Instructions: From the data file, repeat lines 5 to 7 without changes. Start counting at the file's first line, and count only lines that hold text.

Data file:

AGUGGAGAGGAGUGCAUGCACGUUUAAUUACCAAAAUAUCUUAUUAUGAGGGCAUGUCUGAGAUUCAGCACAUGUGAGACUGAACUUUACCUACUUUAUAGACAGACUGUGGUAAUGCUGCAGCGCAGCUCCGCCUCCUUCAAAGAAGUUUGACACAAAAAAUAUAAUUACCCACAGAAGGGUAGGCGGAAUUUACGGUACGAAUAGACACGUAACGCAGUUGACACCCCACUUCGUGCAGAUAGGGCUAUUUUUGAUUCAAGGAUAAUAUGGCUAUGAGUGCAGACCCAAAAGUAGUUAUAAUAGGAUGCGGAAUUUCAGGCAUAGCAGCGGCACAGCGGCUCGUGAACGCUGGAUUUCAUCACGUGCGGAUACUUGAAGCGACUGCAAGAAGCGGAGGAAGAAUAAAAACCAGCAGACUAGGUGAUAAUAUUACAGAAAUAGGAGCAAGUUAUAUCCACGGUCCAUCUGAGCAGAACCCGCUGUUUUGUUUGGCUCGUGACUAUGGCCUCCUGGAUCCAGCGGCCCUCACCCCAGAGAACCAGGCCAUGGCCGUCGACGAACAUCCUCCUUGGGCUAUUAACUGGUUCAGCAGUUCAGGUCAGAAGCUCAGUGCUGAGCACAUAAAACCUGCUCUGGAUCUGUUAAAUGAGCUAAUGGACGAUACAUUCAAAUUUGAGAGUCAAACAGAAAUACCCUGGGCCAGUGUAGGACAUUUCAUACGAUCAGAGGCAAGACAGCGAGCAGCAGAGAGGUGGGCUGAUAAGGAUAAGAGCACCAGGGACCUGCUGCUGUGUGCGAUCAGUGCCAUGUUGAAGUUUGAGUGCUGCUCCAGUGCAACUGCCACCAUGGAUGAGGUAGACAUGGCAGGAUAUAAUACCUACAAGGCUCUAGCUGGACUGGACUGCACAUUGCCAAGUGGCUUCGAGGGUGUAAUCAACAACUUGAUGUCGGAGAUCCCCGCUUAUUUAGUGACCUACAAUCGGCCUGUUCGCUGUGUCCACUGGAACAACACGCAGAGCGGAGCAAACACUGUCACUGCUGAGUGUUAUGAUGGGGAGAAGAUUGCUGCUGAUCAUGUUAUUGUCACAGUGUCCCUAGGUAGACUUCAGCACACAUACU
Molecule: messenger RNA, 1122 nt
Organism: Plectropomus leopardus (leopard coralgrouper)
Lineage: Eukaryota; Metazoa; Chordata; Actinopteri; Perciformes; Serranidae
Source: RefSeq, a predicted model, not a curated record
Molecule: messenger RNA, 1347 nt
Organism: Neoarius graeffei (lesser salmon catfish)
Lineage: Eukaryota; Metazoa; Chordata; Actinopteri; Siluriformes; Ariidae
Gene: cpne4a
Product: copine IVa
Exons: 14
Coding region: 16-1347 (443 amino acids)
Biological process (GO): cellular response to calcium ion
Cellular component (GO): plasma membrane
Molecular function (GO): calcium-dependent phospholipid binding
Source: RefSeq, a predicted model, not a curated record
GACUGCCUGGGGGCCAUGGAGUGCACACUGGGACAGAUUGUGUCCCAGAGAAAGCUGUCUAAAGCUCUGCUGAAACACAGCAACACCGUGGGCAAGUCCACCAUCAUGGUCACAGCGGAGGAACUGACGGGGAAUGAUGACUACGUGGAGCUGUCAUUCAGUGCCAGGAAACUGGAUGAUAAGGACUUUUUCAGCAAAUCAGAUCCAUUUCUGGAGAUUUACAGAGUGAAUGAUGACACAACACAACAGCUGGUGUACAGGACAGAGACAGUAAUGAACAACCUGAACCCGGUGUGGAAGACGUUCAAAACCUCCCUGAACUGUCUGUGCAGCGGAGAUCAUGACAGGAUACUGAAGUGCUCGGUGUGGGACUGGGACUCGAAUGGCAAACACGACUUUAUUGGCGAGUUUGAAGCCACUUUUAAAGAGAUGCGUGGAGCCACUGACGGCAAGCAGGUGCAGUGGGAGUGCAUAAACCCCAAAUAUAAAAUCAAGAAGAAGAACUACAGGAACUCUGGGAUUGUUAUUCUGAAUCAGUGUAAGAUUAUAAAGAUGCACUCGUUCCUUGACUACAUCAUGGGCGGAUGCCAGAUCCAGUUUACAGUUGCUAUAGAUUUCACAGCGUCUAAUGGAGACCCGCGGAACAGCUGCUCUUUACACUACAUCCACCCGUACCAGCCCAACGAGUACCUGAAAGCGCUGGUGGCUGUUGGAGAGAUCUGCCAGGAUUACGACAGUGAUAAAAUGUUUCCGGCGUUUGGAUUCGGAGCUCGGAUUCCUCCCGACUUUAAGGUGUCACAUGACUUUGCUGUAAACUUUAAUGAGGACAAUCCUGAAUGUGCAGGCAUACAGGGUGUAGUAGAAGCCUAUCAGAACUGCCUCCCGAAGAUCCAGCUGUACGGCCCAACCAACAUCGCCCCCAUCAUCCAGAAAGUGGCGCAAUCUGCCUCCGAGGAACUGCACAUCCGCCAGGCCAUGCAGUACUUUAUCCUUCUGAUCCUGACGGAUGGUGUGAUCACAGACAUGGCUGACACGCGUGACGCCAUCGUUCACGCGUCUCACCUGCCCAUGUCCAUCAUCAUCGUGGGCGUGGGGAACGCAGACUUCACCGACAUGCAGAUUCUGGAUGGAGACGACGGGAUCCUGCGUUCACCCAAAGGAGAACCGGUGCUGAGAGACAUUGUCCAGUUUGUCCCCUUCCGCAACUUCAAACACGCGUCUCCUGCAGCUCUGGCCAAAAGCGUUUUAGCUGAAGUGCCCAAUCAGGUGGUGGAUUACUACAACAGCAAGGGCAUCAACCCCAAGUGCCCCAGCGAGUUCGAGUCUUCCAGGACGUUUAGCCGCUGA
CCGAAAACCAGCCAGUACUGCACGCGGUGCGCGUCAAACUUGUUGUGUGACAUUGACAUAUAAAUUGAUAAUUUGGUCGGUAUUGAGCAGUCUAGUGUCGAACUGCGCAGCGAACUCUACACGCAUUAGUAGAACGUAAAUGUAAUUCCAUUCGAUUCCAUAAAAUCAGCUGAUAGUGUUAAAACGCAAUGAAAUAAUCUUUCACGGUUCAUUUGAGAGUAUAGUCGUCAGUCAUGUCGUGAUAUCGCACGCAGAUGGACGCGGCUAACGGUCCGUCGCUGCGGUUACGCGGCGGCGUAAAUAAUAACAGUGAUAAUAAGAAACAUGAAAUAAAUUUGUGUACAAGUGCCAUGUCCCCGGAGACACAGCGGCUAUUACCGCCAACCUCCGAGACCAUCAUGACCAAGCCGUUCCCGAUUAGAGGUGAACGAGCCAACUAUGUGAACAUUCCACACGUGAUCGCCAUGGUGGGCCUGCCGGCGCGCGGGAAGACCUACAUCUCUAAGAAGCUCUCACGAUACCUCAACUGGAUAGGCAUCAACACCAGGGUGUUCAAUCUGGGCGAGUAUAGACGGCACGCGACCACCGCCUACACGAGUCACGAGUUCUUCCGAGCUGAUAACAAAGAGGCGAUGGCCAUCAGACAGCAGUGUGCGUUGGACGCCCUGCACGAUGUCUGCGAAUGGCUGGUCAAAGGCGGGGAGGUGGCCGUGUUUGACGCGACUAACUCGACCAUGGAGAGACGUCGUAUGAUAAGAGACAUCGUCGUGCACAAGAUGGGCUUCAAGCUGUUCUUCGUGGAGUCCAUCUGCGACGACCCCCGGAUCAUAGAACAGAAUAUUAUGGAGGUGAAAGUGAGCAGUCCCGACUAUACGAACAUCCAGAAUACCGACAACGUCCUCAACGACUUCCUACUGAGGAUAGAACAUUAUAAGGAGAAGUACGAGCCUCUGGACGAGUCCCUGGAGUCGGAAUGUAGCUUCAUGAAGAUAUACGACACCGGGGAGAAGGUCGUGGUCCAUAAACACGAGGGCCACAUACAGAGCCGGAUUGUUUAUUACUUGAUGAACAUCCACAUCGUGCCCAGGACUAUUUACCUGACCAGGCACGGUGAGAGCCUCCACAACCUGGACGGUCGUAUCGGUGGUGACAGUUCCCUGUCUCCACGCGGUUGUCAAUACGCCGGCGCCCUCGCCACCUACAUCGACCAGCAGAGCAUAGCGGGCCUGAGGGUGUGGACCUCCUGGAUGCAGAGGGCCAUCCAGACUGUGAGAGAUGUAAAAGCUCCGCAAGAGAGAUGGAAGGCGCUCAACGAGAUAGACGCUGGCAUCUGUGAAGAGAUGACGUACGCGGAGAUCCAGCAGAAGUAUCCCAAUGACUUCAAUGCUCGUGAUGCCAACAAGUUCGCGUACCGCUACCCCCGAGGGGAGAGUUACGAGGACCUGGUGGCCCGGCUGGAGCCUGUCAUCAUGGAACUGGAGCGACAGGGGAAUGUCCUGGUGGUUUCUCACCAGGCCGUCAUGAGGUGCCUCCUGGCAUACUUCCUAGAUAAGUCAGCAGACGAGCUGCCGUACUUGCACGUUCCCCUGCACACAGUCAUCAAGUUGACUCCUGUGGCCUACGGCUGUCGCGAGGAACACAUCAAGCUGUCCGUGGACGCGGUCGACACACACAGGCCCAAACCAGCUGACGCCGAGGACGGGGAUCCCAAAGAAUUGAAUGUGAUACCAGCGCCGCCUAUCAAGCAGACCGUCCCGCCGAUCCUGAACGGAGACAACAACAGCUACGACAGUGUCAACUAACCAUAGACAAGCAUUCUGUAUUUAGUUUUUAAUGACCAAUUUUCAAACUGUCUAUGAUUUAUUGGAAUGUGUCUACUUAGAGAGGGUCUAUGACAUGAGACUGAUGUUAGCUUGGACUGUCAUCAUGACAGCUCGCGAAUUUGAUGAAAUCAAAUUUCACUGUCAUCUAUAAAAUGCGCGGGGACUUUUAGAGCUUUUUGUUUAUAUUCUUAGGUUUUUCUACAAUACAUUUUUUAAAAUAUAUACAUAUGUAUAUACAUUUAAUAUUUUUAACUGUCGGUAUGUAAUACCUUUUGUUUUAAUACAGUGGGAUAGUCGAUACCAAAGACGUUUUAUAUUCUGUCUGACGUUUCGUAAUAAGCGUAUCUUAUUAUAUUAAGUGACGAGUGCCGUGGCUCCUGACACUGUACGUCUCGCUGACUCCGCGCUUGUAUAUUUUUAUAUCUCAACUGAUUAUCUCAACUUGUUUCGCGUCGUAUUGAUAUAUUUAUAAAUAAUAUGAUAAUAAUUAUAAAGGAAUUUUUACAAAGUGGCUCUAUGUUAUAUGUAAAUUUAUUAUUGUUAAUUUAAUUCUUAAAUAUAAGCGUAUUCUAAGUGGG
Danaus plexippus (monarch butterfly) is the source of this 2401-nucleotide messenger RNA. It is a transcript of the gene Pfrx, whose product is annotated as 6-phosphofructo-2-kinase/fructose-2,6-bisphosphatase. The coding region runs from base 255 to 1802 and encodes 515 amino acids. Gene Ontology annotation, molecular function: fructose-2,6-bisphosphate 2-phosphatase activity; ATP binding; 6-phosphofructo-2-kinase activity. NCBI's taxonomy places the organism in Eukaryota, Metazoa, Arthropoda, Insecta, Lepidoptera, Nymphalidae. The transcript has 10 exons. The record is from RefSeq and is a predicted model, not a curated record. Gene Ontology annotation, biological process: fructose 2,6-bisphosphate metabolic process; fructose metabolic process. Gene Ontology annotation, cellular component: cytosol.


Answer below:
Source: RefSeq, a predicted model, not a curated record
Molecule: messenger RNA, 1347 nt
Organism: Neoarius graeffei (lesser salmon catfish)